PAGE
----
The publication detail shows the title, authors (with indicators showing other profiled authors), information on the publishing organization, abstract and a link to the article in PubMed. This abstract is what is used to create the fingerprint of the publication. If any grants are referenced by the publication, they will be listed here as well.
Nasopharyngeal carriage of S. pneumoniae among young children in rural Nepal.
Christian L Coles; Jeevan B Sherchand; Subarna K Khatry; Joanne Katz; Steven C Leclerq; Luke C Mullany; James M Tielsch (Profiled Authors: Subarna Khatry; Steven Leclerq; Luke Mullany; Christian Coles; Joanne Katz; James Tielsch)
Department of International Health, Bloomberg School of Public Health, Johns Hopkins University, Baltimore, MD 21205, USA. email@example.com
Tropical medicine & international health : TM & IH 2009;14(9):1025-33.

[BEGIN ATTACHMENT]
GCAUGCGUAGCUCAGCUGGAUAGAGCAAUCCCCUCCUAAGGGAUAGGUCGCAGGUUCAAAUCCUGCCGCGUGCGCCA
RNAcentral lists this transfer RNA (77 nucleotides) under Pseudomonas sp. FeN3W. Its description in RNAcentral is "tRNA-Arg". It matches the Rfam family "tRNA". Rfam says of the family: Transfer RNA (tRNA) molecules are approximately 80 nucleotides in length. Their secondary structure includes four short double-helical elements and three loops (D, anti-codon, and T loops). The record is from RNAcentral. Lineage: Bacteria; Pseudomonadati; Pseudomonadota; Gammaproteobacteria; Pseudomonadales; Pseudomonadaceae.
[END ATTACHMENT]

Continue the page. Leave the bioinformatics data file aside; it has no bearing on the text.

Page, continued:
OBJECTIVES: To provide epidemiologic data on Streptococcus pneumoniae (Spn) carriage in Nepal. METHODS: Prospective, population-based study among children in Sarlahi, Nepal to estimate carriage prevalence, identify risk factors, and determine antibiotic susceptibility patterns and serotype distribution. Between December 2003 and July 2004, NP specimens were collected from 604 children aged 1-36 months with acute lower respiratory infection (ALRI) and 604 healthy, age- and season-matched controls. RESULTS: Of the 1100 specimens analysed, carriage prevalence was approximately 80% in both groups. In the multivariate analyses, significant risk factors for Spn carriage in controls were Muslim religion [adjusted odds ratio (AOR): 2.93] and no latrine in the household (AOR: 2.41). Those treated for a recent illness had lower carriage rates (AOR: 0.37). Results were similar for ALRI cases with the addition of age >or=12 months (AOR: 1.68), and symptomatic infection (AOR: 3.78) as risk factors. The antibiotics and proportions of isolates resistant to them were as follows: penicillin 4.5%, cotrimoxazole 89.2%, chloramphenicol 1.4%, erythromycin 1.5% and tetracycline 22.7%. The most prevalent serogroups/types were 6, 19, 23, 15, 9 and 10. CONCLUSIONS: Young children in rural Nepal experience high rates of Spn carriage. Most isolates were resistant to cotrimoxazole. Current conjugate Spn vaccines may substantially reduce the risk of a severe pneumonia and other Spn infections.
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